When drummer Matt Couto handed me what I was told was the last remaining copy of Keefshovel‘s demo tape from Nomadic Behavior Records the other night, Ichabod frontman John Fadden, who was standing nearby, succinctly (and jokingly) asked, ” A demo tape? What the fuck is this? 1983?” That’s pretty much the root critique of the “tape revival” as a whole. Unlike vinyl, which enjoyed some level of reverence even as CDs came up in the ’80s and ’90s and digital media took hold in the late ’90s and 2000s, tapes were left to the stuff of homegrown noisemakers. Their central usefulness — that is, the ability to be recorded on and recorded over — was undone by CD-Rs and file trading. Romanticism for analog warmth and nostalgia aside, there’s little a tape can offer beyond physical presence that I can’t get from a zip file. It seems a reasonable argument to make that tapes went further away than vinyl did because other formats offered the same appeal in a better form. Vinyl broke songs into sides and sounded better. CDs were later made recordable, and digital files were more convenient. You might as well put out an 8-track. It’s an understandable position.

     Yet, in revisiting Keefshovel‘s three-song Demo ’13 (first reviewed here), the cassette does sound different, rougher, meaner than the digital version. Part of that is undoubtedly due to the stereo to which my tape deck is hooked up — call it a mid-fi — but whatever it is, the New Bedford sludgers’ rawness makes yet another case for the validity of tapes as a format. They’re cheap and they sound harsh. What part of that doesn’t work? The label on Keefshovel‘s tape is clearly a sticker, and mine has bends in it. The “demo tape” is a classic medium, and in a time when so much of the focus of aesthetic is on celebrating the past while updating its influence into a modern sphere — so many of the criticisms of tapes could also be made about vinyl as well, and that’s before you even get to bands recording analog, vintage sound and style, private presses, etc. – I guess I just don’t see how tapes are any different. They don’t offer vinyl’s clarity. Big deal. Listening to Keefshovel‘s mp3s again, I prefer the nastiness of “Christmas in Brockton” with the tape’s compression. It’s royal viciousness either way, and only gets more so when the vocals kick in on “A Seed in the Rough,” but as far as I’m concerned, the more format the merrier. At least they got to put it out.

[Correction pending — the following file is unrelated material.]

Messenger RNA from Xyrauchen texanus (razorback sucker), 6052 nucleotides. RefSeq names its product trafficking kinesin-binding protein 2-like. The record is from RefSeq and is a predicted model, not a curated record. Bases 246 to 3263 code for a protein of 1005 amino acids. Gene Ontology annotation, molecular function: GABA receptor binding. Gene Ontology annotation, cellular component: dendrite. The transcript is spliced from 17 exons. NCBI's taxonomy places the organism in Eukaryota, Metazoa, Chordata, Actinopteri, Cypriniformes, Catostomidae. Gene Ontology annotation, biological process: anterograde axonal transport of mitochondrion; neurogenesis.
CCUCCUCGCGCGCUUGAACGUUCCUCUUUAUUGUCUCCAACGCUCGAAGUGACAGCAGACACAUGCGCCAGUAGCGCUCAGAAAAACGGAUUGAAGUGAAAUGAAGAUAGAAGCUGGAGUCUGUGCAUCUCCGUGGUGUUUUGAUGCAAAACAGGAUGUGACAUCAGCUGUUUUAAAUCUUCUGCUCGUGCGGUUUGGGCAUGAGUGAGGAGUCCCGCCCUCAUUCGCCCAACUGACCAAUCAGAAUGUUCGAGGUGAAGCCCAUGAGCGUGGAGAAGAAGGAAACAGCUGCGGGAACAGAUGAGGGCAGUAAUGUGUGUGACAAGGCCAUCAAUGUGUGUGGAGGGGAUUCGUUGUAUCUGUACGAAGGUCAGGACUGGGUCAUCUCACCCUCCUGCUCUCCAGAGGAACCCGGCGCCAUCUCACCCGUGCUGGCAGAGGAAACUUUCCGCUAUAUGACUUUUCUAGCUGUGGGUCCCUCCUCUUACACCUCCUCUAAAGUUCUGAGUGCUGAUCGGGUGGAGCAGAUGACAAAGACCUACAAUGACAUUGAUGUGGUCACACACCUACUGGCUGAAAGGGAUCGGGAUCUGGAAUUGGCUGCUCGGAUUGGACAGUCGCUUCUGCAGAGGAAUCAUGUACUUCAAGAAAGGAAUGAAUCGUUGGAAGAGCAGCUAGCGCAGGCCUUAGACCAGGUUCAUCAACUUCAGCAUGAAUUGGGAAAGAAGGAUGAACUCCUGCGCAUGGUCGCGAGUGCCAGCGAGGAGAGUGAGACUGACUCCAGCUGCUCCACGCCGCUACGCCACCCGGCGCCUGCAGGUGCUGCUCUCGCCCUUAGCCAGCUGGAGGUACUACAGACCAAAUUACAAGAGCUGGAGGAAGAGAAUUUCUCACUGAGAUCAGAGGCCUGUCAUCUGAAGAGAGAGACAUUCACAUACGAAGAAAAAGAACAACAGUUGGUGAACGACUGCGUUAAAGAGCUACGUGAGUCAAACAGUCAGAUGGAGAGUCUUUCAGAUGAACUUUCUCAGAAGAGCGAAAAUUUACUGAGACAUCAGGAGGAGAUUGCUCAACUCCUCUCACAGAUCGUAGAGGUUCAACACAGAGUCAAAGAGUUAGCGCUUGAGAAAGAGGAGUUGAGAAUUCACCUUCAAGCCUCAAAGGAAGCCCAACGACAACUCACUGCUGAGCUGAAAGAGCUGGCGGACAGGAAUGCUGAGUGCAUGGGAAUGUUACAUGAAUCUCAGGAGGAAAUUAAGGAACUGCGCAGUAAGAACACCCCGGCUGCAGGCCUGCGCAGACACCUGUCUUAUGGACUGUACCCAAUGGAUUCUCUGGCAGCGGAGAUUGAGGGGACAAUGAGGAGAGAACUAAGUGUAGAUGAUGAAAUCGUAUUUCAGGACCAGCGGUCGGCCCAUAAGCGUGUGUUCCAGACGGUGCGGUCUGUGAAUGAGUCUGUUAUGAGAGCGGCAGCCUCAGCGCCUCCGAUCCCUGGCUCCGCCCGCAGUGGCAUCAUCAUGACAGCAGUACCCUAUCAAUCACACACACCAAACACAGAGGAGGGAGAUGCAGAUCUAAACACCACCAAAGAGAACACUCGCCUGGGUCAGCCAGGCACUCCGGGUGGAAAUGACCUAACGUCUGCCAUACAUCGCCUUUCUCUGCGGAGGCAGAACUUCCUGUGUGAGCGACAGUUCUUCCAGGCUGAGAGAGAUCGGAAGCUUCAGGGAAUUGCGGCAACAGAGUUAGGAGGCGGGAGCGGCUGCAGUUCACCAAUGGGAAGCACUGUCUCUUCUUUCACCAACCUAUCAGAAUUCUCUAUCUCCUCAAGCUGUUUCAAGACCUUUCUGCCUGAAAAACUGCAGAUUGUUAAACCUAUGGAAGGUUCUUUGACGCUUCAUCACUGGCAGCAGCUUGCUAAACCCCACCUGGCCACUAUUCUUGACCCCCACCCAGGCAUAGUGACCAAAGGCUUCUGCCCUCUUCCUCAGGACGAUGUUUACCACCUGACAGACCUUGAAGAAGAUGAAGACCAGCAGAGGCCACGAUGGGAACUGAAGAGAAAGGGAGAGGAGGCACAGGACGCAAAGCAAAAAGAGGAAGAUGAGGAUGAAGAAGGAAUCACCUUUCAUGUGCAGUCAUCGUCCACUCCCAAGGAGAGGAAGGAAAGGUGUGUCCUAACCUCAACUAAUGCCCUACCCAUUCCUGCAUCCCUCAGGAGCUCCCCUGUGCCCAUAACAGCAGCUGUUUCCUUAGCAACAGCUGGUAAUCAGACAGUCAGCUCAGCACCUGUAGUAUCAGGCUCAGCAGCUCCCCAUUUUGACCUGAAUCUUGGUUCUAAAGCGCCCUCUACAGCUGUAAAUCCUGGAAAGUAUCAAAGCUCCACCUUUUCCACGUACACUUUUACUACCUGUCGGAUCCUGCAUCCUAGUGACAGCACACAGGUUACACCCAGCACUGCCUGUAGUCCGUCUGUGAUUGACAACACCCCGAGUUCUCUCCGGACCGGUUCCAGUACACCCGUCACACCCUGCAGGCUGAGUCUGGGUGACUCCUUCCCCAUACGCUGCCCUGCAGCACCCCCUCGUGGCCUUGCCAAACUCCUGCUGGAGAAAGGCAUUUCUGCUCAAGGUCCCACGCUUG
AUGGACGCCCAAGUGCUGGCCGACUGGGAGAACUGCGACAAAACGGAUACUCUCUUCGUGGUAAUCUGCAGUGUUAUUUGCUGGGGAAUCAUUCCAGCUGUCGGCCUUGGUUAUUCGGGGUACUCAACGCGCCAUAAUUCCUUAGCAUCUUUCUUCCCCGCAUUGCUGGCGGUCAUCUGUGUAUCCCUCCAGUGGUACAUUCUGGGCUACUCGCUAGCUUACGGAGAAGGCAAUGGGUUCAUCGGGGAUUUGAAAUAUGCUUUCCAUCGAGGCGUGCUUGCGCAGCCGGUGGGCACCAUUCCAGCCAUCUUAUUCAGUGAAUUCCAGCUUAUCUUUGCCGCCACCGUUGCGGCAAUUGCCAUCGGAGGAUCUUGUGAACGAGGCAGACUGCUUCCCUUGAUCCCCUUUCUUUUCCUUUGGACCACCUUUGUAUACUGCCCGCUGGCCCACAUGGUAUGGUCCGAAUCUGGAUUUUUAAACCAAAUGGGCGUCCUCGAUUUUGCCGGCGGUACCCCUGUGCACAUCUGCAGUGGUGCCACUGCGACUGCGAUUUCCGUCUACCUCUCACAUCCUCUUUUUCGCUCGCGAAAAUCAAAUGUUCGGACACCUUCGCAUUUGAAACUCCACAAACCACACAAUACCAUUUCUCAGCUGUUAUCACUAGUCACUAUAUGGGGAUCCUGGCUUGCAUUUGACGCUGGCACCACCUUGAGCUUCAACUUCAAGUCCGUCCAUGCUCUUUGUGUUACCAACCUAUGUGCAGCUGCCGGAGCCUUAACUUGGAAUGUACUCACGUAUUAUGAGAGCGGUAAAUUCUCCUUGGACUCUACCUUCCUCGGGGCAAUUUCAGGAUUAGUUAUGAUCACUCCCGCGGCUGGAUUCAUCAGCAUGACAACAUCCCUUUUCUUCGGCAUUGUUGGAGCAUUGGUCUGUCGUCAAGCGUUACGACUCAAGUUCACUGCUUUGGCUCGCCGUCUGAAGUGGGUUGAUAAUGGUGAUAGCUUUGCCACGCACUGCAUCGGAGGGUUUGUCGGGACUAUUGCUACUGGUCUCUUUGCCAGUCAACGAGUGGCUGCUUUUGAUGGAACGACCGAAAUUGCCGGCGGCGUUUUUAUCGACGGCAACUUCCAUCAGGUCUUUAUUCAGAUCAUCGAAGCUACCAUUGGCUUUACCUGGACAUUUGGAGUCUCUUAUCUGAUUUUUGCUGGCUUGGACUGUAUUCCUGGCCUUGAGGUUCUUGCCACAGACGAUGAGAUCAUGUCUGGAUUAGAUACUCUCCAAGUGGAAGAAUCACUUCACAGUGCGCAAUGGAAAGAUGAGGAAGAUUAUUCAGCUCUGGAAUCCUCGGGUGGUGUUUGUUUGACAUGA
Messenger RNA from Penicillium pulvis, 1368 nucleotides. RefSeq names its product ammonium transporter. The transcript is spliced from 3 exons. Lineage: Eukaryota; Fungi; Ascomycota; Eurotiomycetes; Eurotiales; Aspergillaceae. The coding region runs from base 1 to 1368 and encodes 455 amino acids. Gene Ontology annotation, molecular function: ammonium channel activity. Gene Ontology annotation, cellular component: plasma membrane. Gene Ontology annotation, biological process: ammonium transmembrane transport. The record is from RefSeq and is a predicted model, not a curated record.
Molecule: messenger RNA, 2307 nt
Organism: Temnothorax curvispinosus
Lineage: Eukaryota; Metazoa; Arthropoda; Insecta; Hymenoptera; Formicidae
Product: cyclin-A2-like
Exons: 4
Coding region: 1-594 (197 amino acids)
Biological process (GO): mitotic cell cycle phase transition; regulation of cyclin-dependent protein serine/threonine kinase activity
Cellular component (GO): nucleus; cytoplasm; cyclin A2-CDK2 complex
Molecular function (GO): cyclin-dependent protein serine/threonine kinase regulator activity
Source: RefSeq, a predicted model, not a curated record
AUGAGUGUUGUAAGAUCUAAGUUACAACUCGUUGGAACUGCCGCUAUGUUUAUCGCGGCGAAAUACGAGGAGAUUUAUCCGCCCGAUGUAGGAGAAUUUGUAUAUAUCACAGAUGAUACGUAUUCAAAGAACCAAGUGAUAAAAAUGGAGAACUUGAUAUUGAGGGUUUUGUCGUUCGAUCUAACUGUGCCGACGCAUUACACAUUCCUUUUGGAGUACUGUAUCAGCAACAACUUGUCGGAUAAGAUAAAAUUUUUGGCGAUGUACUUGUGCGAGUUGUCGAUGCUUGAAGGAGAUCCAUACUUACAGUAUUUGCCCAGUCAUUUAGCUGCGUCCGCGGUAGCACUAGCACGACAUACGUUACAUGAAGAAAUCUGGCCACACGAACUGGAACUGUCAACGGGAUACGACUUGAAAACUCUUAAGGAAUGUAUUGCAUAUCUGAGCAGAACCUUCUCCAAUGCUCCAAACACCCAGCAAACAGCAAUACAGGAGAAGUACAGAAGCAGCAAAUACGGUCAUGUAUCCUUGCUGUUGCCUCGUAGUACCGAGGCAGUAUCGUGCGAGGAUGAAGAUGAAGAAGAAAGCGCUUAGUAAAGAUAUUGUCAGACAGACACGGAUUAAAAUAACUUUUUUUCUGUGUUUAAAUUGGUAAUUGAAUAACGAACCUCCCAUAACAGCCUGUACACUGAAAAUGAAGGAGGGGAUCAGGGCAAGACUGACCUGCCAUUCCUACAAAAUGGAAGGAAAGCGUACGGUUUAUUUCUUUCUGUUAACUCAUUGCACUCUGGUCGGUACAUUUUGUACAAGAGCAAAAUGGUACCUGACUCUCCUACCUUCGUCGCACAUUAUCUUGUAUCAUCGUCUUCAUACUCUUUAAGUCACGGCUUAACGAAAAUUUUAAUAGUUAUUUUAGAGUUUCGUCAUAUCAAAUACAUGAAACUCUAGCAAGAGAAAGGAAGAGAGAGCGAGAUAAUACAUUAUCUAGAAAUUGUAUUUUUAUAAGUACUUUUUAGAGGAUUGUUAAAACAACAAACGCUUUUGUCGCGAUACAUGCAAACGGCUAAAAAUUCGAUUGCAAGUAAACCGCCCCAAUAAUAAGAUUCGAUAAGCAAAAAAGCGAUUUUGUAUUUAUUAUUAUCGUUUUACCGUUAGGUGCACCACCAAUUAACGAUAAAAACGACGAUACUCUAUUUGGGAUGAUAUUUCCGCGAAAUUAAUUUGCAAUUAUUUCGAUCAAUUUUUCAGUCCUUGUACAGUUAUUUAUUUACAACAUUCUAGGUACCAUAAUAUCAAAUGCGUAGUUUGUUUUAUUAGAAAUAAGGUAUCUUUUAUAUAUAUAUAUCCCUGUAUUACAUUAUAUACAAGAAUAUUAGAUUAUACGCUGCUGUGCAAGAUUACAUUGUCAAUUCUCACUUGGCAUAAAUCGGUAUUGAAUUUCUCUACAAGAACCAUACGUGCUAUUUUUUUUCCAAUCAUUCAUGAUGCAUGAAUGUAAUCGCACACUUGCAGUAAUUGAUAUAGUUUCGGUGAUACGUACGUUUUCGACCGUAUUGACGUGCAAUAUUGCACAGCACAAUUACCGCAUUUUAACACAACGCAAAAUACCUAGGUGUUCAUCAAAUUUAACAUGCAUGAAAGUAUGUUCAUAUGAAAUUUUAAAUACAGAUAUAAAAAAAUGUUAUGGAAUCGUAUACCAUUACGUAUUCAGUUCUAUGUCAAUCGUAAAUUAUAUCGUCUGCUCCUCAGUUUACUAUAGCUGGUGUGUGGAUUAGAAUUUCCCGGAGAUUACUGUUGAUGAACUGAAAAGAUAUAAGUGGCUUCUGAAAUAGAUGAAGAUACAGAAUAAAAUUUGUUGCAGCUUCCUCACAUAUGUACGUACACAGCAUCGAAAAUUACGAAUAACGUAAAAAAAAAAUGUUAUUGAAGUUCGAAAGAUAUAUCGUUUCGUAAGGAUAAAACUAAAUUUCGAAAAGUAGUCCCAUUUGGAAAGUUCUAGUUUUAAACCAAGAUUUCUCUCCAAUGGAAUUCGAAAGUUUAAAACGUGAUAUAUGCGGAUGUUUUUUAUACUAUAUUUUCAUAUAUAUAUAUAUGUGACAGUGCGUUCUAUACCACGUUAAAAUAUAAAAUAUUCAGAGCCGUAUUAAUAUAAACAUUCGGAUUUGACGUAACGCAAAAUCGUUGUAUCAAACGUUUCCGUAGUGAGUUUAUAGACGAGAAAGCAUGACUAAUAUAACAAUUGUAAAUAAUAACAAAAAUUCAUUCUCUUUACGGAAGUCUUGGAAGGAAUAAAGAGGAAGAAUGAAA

I’ve gone through the tracks before — link above — so I’ll spare you that, but with the black and white art, one-sided J-card and already-gone availability, Keefshovel‘s Demo ’13 taps into a valid and elsewhere-honored tradition that shows itself as vital simply through the reaction its existence can provoke on both ends. Put into two sides, “Christmas in Brockton” and “A Seed in the Rough” face off well with the 10-minute “Germ,” and while I don’t know what the future holds for the band, they were able to situate these three songs in an established modus that, while the continued subject of discussion in itself, has obviously stood the test of time. I’m happy to have gotten a copy.